In addition to decreases in ASI alcohol composite scores, we also found decreases in ASI drug composite scores. However, drug composite scores were low at baseline (mean = 0.048), increasing risk of type II error, and the only statistically significant decrease was found for the full sample between baseline and 3 months. Future replications of this integrated intervention may consider augmenting the substance use treatment components for patients affected by substance use in addition to HCV and alcohol use.
Our study had several limitations, including the lack of randomization, the small sample size, the use of a single hepatology clinic, and the lack of an objective measure of alcohol use at initial or outcome timepoints. The study is also limited by the lack of long-term follow-up for treatment outcomes. Patients with HCV may be particularly motivated to quit alcohol use, but it is unknown how long they are able to maintain abstinence based on this treatment. Future research will need to study these interventions in larger numbers among multiple settings and randomize patients to a treatment model or standard care. However, our study was effective in demonstrating the feasibility of incorporating the integrated care model into a hepatology clinic. Integrated behavioral-medical models have demonstrated positive impacts on alcohol use in primary care settings, but have rarely been tested in HCV specialty care settings (11
In 2004, the National Institute on Drug Abuse convened a panel of experts to review the state of treatment for persons with HCV and co-occurring substance use and psychiatric illness (35
). They concluded that early interventions for substance use and psychiatric illness need to be integrated by clinicians into their treatment algorithms and into a variety of health care settings, yet few studies have examined approaches to address alcohol use in HCV-infected patients. Review of the literature found only two integrated treatment studies from a team at the Minneapolis VA (36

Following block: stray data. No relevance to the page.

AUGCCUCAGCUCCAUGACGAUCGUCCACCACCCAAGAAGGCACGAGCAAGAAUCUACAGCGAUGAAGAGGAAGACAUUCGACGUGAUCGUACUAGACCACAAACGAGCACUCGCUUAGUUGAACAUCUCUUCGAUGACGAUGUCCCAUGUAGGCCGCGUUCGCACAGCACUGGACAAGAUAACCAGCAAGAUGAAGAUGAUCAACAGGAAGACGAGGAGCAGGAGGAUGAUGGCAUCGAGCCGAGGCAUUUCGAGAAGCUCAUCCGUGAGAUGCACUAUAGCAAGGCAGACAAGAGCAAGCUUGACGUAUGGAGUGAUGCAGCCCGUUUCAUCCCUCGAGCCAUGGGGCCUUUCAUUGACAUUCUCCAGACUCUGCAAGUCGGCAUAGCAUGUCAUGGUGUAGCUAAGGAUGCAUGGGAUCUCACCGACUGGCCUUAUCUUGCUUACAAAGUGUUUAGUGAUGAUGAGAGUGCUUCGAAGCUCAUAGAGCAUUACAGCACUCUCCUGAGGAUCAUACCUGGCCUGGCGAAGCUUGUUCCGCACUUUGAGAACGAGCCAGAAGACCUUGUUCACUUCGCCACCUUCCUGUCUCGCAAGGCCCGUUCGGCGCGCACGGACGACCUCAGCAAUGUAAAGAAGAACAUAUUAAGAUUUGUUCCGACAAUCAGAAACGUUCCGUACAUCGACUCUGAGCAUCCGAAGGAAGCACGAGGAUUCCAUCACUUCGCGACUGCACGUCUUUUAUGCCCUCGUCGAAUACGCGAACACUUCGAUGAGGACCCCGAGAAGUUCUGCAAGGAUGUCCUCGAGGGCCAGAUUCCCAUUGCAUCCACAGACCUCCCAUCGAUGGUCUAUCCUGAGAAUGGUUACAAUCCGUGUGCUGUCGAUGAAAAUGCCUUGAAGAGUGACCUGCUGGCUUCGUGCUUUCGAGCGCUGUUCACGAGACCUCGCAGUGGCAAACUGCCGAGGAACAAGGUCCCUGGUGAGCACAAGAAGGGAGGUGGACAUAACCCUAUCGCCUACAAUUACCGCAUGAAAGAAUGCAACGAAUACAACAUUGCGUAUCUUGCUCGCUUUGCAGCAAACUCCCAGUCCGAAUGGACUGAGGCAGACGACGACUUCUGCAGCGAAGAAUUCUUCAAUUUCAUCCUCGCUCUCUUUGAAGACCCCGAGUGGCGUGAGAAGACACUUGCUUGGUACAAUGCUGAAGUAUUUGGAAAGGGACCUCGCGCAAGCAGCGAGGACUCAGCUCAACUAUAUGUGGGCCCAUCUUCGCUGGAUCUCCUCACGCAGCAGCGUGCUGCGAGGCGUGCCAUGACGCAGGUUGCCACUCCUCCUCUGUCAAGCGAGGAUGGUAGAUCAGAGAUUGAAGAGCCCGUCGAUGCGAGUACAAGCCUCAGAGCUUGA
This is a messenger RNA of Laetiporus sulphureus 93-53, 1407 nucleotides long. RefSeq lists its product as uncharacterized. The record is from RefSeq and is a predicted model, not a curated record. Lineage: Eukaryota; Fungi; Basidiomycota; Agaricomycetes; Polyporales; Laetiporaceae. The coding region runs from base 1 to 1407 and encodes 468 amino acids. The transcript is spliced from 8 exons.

). In their hepatitis clinic, HCV-infected patients received multi-disciplinary provider consultations and services from a co-located psychiatric clinical nurse specialist (PCNS) who provided cognitive behavioral and motivational therapy. Retrospective chart review indicated that patients seeing the PCNS were more likely to complete an evaluation for and initiate HCV antiviral therapy. Also, of the 47 patients who additionally received one to two brief alcohol counseling sessions by the clinic's medical providers, 36% became alcohol abstinent and 62% decreased their drinking by 50% or more (37
Like the Minneapolis VA studies, the HCV-alcohol intervention we tested co-located an addictions specialist in the clinic who engaged in multi-disciplinary consults. In contrast, our intervention relied heavily on group therapy, which has been shown to be an effective alcohol treatment format and is less resource-intensive. Our participants received on average more sessions (12.4 versus 4.5). We additionally made explicit efforts to provide education on the relation between liver health and alcohol use, based on the Health Beliefs Model (38
), which postulates that treatment participation and adherence are at least partly a function of a person's beliefs about susceptibility to illness, perceived severity of illness, perceived benefits and barriers to treatment, and cues to action. These factors readily apply to persons with HCV who drink alcohol. Relevant content was incorporated into psychoeducation in group and individual therapy sessions.
The integrated HCV-alcohol treatment reported here offers a feasible option to address alcohol use in HCV-infected patients, in a field where there are few rigorously examined options. In future testing in a randomized design, we will know with greater certainty the treatment model's effect size on alcohol use. Nevertheless, this integrated model was associated with substantial reductions in alcohol use for many patients, regardless of gender, age, race, income, and HIV status, thereby offering both providers and patients the opportunity to impact the course of HCV infection.